Global stock markets closed sharply Friday amid investor fears that Greece's debt crisis could halt the global economic recovery.
In the United States, the Dow Jones Industrial Average index (INDEXDJX:.DJI) closed down 1.3%, while France's CAC 40 fell 4.6%, London's FTSE 100 Index shed 2.6% and Germany's DAX index lost 3.3%. Japan's Nikkei 225 index (INDEXNIKKEI:.N225) shed 3.1%, having fallen by 4.1% in morning trading. In Latin America markets in Brazil, Argentina, Mexico and Chile followed the down trend.
Sterling also fell sharply against the dollar and the Euro, as results poured in from the UK general election. The pound fell more than 3 cents, or 2.1%, against the dollar, to $1.4633. Against the Euro, it fell by 2.6 cents, or 2.2%, to 1.1478 Euros.
The continued global turmoil on the stock markets comes a day after Greek MPs approved drastic spending cuts in exchange for an international financial rescue plan, amid violent protests in Athens. European leaders are meeting in Brussels to finalise details of a 110 billion Euro loan package to Greece, while the G7 finance ministers have also discussed the Greek debt crisis and its implications for the global economy.
Andrew Balls runs the European division of PIMCO, the world's biggest bond investor. He says the current situation is alarmingly reminiscent of the period in 2008, surrounding the collapse of Lehman Brothers. “You have big concerns about liquidity and of markets starting not to function properly,” Mr. Balls told the BBC.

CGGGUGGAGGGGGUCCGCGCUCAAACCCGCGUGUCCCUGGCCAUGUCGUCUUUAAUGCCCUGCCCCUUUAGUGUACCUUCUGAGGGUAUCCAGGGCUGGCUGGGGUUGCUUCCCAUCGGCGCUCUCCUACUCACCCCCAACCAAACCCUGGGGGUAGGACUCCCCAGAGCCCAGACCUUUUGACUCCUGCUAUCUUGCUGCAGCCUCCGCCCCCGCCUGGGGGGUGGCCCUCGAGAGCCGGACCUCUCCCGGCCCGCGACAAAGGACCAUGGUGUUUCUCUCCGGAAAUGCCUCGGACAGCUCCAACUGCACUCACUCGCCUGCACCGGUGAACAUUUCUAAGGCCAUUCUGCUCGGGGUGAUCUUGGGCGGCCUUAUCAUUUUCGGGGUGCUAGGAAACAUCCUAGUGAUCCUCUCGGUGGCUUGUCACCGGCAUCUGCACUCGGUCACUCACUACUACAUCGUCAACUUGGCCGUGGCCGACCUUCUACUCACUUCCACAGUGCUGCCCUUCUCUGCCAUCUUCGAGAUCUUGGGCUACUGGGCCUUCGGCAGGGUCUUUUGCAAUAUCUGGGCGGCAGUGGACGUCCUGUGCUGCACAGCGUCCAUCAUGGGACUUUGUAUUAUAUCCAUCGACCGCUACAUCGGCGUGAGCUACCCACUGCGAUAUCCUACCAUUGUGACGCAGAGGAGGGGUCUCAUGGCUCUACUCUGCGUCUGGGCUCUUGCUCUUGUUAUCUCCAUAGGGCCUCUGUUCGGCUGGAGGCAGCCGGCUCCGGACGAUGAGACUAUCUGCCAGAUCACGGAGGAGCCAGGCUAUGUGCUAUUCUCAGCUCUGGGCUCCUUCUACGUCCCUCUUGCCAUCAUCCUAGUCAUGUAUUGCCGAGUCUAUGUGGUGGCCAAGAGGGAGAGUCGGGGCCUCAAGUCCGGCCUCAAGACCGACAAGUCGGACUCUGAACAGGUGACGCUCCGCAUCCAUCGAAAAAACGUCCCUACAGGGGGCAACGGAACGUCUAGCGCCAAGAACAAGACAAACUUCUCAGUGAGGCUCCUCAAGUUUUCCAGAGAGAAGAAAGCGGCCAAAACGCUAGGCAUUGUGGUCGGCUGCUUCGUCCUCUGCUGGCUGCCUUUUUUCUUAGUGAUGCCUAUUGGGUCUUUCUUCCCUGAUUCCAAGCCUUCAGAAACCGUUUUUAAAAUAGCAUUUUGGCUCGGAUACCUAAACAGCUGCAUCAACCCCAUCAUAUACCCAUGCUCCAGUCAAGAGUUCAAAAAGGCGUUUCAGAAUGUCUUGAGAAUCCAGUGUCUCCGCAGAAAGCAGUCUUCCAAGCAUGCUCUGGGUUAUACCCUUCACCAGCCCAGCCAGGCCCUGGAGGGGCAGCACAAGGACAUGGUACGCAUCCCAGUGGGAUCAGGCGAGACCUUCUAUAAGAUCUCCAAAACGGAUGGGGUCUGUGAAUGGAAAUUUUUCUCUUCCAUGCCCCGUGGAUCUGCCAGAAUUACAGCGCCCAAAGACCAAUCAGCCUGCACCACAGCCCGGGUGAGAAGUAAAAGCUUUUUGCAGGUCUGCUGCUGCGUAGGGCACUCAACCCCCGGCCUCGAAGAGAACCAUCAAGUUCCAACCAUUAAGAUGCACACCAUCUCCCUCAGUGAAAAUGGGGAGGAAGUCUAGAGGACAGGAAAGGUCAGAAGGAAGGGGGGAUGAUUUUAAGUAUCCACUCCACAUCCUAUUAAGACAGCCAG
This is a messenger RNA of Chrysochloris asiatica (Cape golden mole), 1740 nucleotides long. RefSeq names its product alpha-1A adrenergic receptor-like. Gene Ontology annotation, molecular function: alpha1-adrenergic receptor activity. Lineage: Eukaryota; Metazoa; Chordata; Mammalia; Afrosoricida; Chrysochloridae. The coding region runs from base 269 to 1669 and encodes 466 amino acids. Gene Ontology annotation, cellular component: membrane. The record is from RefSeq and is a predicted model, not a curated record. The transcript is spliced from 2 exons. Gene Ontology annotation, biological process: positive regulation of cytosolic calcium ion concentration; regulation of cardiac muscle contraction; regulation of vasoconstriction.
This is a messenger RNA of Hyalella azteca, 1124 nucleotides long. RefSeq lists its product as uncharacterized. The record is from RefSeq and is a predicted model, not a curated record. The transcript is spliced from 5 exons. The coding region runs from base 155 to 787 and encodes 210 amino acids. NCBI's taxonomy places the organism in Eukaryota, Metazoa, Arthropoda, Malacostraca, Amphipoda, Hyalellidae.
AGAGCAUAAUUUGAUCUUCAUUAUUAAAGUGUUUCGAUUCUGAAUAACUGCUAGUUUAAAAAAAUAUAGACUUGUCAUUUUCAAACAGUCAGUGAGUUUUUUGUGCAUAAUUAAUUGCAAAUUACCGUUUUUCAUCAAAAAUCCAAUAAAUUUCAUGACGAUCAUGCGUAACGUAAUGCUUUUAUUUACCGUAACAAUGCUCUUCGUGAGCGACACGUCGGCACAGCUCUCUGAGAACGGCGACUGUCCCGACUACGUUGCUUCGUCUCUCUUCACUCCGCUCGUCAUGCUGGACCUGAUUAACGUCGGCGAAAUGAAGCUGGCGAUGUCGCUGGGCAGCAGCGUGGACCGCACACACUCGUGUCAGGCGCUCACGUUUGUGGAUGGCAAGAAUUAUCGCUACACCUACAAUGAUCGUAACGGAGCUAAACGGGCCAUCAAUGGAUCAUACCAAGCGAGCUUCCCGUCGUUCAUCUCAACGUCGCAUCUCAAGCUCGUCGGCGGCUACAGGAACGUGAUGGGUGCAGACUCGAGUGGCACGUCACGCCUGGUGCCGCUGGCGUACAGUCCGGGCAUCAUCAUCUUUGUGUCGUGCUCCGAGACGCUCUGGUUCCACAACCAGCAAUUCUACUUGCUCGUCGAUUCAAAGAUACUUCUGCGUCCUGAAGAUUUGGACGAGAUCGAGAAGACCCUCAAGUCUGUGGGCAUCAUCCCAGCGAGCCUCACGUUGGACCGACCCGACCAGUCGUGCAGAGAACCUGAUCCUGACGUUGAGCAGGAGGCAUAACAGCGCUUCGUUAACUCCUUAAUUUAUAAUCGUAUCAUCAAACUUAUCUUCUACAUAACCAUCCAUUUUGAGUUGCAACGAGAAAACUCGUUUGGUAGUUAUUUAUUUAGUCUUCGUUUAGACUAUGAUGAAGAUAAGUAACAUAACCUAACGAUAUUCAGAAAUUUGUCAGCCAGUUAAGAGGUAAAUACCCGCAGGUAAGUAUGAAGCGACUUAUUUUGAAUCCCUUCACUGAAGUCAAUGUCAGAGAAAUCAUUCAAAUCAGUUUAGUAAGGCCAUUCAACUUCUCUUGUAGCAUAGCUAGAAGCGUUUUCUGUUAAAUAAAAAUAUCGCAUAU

“You have a problem which starts in Greece and spreads much more widely. In 2008 there were concerns about exposure to sub-prime mortgages and those concerns meant banks didn't want to face each other or be exposed to each other. The comparison now is where banks have exposure not just to Greece but also to Spain, Portugal and Italy.”
Both Spain and Portugal also have high budget deficits and were downgraded by Standard & Poor's credit rating agency last week. There are fears they could be engulfed by the Greek debt crisis. Among the stock markets in Asia, South Korea Composite Stock Price Index (KOSPI) dropped by 2.2%, while China's Shanghai SSE Composite Index (SHA:000001) fell 1.9%. Shares in Hong Kong, Taiwan and Singapore also fell.
Japan's Prime Minister Yukio Hatoyama said he was “very concerned” by the losses. Bank of Japan, the country's central bank, said it would inject more than 20 billion USD in short-term loans to commercial banks to boost liquidity. “The Bank of Japan aims to increase a sense of security in the markets by providing ample funds,” said Bank of Japan official Yuichi Adachi.
In Latam, Brazil’s Bovespa was down 0.86%; Mexico’s IPC, 1.97%; Argentina’s Merval, 0.07% and Chile’s IPSA, 0.54%.
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